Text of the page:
“RIVER REPUBLIC: The Fall and Rise of America’s Rivers,” by Daniel McCool, Columbia University Press, $34.50, 385 pages (nf)
“River Republic: The Fall and Rise of America’s Rivers” by Daniel McCool takes the reader on a political, environmental, economic and poetic ride.
Written in an easy-to-read narrative style that is at times poetic, "River Republic" is also filled with facts and political analysis.
During the past 10 years, McCool has done extensive research and conducted personal interviews about river restoration across the United States. Personal stories along with stories collected from river restoration “instigators” add interest and personality to what might otherwise be a mere academic treatise.
“I’ve spent a large part of my life on rivers,” McCool said in a Columbia University Press interview, “and I use those experiences to enhance the narrative.”
This history of the changing philosophy of river use and management includes the dam building era of the 1940s by the U.S. Army Corps of Engineers through present-day efforts to restore and clean up abused, misused and polluted waterways across the U.S.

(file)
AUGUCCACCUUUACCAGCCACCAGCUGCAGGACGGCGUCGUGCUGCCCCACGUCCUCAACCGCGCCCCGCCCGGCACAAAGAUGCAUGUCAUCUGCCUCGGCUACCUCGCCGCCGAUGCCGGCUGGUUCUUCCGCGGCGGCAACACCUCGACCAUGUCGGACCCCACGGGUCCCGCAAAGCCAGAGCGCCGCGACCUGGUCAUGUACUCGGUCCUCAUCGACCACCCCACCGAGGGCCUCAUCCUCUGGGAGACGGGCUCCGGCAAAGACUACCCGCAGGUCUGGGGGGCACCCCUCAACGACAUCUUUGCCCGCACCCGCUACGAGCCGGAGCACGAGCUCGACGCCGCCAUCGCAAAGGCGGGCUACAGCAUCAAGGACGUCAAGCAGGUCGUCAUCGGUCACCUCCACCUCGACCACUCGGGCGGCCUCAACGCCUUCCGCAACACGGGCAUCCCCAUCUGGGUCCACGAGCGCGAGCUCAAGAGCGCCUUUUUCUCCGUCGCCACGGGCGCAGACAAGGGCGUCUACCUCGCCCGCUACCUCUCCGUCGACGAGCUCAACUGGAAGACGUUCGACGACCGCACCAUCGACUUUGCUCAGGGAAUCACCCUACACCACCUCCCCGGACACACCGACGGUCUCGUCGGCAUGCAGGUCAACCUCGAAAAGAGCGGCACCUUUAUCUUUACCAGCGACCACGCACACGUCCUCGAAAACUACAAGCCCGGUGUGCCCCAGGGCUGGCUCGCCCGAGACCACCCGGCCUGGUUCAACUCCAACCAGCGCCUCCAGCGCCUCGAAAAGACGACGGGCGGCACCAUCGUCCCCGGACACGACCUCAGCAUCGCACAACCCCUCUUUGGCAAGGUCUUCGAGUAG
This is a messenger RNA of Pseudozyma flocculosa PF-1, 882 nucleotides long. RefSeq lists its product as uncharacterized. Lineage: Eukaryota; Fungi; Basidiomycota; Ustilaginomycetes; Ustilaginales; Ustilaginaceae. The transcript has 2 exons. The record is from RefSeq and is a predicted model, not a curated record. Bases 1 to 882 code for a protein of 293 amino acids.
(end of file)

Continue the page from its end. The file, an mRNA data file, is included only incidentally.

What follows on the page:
McCool, who is a professor in the political science department of the University of Utah, where he is also director of the Environmental and Sustainability Studies Program, is comprehensive in his coverage of government water projects, including those that have changed the rivers of the West — among them the CUP project and the Teton Dam in Rexburg, Idaho, which failed in 1976. The Teton Dam failure is cited as one of the incidents that called into question the practices of the Bureau of Reclamation.
"River Republic" is divided into three main sections: “The Fall,” “Dismemberment” and “Resurrection.” Illustrated with a map and a number of black and white photos, the book includes 64 pages of endnotes and an index. McCool occasionally quotes poetry to make his points.
He will be at a book signing at The King’s English Bookstore Thursday, Oct. 18, at 7 p.m.
If you go ...
What: Daniel McCool reading and book signing
When: Thursday, Oct. 18, 7 p.m.
Where: The King's English, 1511 S. 1500 East, Salt Lake City
Note: Presented with the Wallace Stegner Center for Land, Resources and the Environment
Rosemarie Howard lives in a 100-year-old house on Main Street, Springville. She enjoys creating multimedia projects. Her website is at dramaticdimensions.com.